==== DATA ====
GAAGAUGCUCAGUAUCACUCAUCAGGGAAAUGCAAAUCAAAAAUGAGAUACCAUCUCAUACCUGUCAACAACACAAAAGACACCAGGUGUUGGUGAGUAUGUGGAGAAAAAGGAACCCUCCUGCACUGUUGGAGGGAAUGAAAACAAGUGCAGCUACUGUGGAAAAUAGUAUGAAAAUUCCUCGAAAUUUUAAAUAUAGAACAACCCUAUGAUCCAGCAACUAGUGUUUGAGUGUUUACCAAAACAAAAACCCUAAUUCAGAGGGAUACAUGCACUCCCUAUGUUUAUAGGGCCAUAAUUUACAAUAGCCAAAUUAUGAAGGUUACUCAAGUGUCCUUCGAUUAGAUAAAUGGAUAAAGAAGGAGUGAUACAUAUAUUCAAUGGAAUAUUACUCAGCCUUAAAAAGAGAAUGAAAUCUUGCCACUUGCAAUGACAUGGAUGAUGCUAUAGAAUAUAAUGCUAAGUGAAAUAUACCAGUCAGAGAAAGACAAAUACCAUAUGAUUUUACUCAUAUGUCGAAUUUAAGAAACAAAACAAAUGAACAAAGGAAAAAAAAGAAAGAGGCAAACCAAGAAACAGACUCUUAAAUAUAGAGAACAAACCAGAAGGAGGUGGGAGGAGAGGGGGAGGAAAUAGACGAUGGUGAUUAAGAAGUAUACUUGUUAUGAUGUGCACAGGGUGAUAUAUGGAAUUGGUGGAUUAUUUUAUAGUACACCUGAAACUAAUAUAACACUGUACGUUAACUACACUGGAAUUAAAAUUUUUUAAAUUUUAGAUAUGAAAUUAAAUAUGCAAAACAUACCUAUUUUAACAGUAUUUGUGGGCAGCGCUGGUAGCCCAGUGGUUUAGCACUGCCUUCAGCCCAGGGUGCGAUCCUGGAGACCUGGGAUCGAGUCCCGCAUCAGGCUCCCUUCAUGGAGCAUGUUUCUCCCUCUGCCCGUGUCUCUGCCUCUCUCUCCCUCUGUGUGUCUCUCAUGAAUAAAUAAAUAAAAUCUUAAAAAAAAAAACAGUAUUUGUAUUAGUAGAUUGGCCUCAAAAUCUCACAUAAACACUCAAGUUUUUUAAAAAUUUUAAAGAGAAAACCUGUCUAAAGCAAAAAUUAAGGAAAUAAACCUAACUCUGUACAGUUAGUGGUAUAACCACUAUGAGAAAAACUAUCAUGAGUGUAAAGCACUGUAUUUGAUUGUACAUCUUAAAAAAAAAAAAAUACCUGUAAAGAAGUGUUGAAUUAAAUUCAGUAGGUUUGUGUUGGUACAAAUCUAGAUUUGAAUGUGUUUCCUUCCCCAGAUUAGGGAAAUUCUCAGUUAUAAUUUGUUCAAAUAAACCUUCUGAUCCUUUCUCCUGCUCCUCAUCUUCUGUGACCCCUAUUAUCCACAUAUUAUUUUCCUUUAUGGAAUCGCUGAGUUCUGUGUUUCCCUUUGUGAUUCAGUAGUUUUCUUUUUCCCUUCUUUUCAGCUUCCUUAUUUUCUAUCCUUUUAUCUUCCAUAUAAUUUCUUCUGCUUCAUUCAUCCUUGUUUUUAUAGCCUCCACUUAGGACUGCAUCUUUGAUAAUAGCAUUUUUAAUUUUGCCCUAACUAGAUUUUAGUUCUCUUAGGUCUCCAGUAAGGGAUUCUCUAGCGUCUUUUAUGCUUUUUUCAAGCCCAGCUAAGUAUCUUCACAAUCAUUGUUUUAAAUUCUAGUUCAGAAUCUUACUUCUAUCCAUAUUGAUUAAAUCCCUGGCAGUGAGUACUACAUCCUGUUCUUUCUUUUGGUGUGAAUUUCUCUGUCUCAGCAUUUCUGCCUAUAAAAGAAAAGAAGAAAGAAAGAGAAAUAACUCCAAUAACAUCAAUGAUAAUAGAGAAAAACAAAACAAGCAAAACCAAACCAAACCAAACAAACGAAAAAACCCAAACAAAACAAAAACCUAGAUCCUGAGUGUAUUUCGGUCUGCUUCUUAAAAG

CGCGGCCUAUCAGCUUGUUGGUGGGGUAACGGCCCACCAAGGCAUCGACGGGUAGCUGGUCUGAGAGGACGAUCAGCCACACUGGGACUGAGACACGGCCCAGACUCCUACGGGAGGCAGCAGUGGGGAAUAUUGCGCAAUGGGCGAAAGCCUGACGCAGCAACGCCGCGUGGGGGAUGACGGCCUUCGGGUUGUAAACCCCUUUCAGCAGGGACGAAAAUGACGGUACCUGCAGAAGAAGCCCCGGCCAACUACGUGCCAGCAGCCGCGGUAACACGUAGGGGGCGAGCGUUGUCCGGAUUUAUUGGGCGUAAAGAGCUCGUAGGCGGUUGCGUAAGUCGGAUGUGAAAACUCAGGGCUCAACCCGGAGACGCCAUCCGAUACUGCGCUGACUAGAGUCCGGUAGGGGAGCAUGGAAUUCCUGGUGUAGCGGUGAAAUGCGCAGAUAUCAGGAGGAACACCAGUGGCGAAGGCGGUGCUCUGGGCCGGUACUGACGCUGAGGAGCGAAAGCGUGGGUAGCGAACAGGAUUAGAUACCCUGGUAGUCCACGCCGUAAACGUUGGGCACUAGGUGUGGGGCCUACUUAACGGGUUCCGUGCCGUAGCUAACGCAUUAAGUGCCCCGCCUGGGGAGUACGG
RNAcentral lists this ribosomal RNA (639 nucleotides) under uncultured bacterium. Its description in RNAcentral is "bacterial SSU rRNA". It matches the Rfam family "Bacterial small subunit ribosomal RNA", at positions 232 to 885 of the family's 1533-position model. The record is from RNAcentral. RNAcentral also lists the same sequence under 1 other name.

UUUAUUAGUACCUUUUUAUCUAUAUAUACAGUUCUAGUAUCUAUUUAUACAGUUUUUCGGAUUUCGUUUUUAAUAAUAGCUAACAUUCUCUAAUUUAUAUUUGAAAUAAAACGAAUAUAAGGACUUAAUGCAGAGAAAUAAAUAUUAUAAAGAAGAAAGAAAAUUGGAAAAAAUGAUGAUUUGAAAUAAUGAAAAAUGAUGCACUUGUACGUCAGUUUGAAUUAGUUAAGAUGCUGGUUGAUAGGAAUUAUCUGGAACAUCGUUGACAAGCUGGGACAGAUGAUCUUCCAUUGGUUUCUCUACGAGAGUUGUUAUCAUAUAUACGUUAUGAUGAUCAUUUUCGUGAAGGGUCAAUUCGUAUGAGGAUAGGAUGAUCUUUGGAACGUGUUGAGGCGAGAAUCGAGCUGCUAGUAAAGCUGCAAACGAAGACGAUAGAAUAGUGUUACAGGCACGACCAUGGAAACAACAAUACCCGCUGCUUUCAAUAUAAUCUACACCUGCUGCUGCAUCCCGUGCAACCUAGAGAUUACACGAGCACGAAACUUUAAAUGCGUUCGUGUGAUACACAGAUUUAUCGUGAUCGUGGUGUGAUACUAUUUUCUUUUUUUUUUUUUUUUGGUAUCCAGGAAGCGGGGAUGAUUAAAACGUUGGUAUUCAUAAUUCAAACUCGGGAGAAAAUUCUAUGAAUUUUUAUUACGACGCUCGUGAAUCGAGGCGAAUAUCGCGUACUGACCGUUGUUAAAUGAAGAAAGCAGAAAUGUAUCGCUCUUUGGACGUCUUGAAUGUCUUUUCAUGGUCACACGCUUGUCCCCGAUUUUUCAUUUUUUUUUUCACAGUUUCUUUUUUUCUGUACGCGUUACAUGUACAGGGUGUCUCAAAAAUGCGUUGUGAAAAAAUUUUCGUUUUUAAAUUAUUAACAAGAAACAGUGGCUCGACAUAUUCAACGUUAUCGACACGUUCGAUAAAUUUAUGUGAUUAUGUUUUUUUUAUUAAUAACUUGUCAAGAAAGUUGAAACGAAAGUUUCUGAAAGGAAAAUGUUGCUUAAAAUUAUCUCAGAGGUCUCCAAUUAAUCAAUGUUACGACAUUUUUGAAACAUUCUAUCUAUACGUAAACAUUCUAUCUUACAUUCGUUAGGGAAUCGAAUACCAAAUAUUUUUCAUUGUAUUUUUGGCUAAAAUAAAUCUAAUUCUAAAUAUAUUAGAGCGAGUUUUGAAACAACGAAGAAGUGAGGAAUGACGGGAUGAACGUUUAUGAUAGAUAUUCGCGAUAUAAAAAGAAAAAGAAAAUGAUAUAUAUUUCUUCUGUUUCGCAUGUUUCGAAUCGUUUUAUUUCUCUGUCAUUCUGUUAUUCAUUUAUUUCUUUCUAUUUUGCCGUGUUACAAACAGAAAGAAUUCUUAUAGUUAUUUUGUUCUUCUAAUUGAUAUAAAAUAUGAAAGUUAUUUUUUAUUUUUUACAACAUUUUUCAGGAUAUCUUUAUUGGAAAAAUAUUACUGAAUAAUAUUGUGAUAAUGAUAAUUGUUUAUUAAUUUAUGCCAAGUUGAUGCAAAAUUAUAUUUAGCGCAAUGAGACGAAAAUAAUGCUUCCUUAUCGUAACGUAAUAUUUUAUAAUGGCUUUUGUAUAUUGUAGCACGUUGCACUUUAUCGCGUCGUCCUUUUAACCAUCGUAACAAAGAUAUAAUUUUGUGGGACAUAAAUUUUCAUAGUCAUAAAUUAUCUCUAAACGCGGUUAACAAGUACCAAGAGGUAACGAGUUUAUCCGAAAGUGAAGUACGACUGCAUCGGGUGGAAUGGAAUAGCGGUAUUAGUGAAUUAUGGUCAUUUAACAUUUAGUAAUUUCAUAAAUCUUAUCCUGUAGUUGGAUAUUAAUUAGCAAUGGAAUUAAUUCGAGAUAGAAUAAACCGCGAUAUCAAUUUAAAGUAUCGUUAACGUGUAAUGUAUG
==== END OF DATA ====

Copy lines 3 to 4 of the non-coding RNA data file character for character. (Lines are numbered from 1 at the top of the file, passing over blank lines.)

RNAcentral lists this ribosomal RNA (639 nucleotides) under uncultured bacterium. Its description in RNAcentral is "bacterial SSU rRNA". It matches the Rfam family "Bacterial small subunit ribosomal RNA", at positions 232 to 885 of the family's 1533-position model. The record is from RNAcentral. RNAcentral also lists the same sequence under 1 other name.

UUUAUUAGUACCUUUUUAUCUAUAUAUACAGUUCUAGUAUCUAUUUAUACAGUUUUUCGGAUUUCGUUUUUAAUAAUAGCUAACAUUCUCUAAUUUAUAUUUGAAAUAAAACGAAUAUAAGGACUUAAUGCAGAGAAAUAAAUAUUAUAAAGAAGAAAGAAAAUUGGAAAAAAUGAUGAUUUGAAAUAAUGAAAAAUGAUGCACUUGUACGUCAGUUUGAAUUAGUUAAGAUGCUGGUUGAUAGGAAUUAUCUGGAACAUCGUUGACAAGCUGGGACAGAUGAUCUUCCAUUGGUUUCUCUACGAGAGUUGUUAUCAUAUAUACGUUAUGAUGAUCAUUUUCGUGAAGGGUCAAUUCGUAUGAGGAUAGGAUGAUCUUUGGAACGUGUUGAGGCGAGAAUCGAGCUGCUAGUAAAGCUGCAAACGAAGACGAUAGAAUAGUGUUACAGGCACGACCAUGGAAACAACAAUACCCGCUGCUUUCAAUAUAAUCUACACCUGCUGCUGCAUCCCGUGCAACCUAGAGAUUACACGAGCACGAAACUUUAAAUGCGUUCGUGUGAUACACAGAUUUAUCGUGAUCGUGGUGUGAUACUAUUUUCUUUUUUUUUUUUUUUUGGUAUCCAGGAAGCGGGGAUGAUUAAAACGUUGGUAUUCAUAAUUCAAACUCGGGAGAAAAUUCUAUGAAUUUUUAUUACGACGCUCGUGAAUCGAGGCGAAUAUCGCGUACUGACCGUUGUUAAAUGAAGAAAGCAGAAAUGUAUCGCUCUUUGGACGUCUUGAAUGUCUUUUCAUGGUCACACGCUUGUCCCCGAUUUUUCAUUUUUUUUUUCACAGUUUCUUUUUUUCUGUACGCGUUACAUGUACAGGGUGUCUCAAAAAUGCGUUGUGAAAAAAUUUUCGUUUUUAAAUUAUUAACAAGAAACAGUGGCUCGACAUAUUCAACGUUAUCGACACGUUCGAUAAAUUUAUGUGAUUAUGUUUUUUUUAUUAAUAACUUGUCAAGAAAGUUGAAACGAAAGUUUCUGAAAGGAAAAUGUUGCUUAAAAUUAUCUCAGAGGUCUCCAAUUAAUCAAUGUUACGACAUUUUUGAAACAUUCUAUCUAUACGUAAACAUUCUAUCUUACAUUCGUUAGGGAAUCGAAUACCAAAUAUUUUUCAUUGUAUUUUUGGCUAAAAUAAAUCUAAUUCUAAAUAUAUUAGAGCGAGUUUUGAAACAACGAAGAAGUGAGGAAUGACGGGAUGAACGUUUAUGAUAGAUAUUCGCGAUAUAAAAAGAAAAAGAAAAUGAUAUAUAUUUCUUCUGUUUCGCAUGUUUCGAAUCGUUUUAUUUCUCUGUCAUUCUGUUAUUCAUUUAUUUCUUUCUAUUUUGCCGUGUUACAAACAGAAAGAAUUCUUAUAGUUAUUUUGUUCUUCUAAUUGAUAUAAAAUAUGAAAGUUAUUUUUUAUUUUUUACAACAUUUUUCAGGAUAUCUUUAUUGGAAAAAUAUUACUGAAUAAUAUUGUGAUAAUGAUAAUUGUUUAUUAAUUUAUGCCAAGUUGAUGCAAAAUUAUAUUUAGCGCAAUGAGACGAAAAUAAUGCUUCCUUAUCGUAACGUAAUAUUUUAUAAUGGCUUUUGUAUAUUGUAGCACGUUGCACUUUAUCGCGUCGUCCUUUUAACCAUCGUAACAAAGAUAUAAUUUUGUGGGACAUAAAUUUUCAUAGUCAUAAAUUAUCUCUAAACGCGGUUAACAAGUACCAAGAGGUAACGAGUUUAUCCGAAAGUGAAGUACGACUGCAUCGGGUGGAAUGGAAUAGCGGUAUUAGUGAAUUAUGGUCAUUUAACAUUUAGUAAUUUCAUAAAUCUUAUCCUGUAGUUGGAUAUUAAUUAGCAAUGGAAUUAAUUCGAGAUAGAAUAAACCGCGAUAUCAAUUUAAAGUAUCGUUAACGUGUAAUGUAUG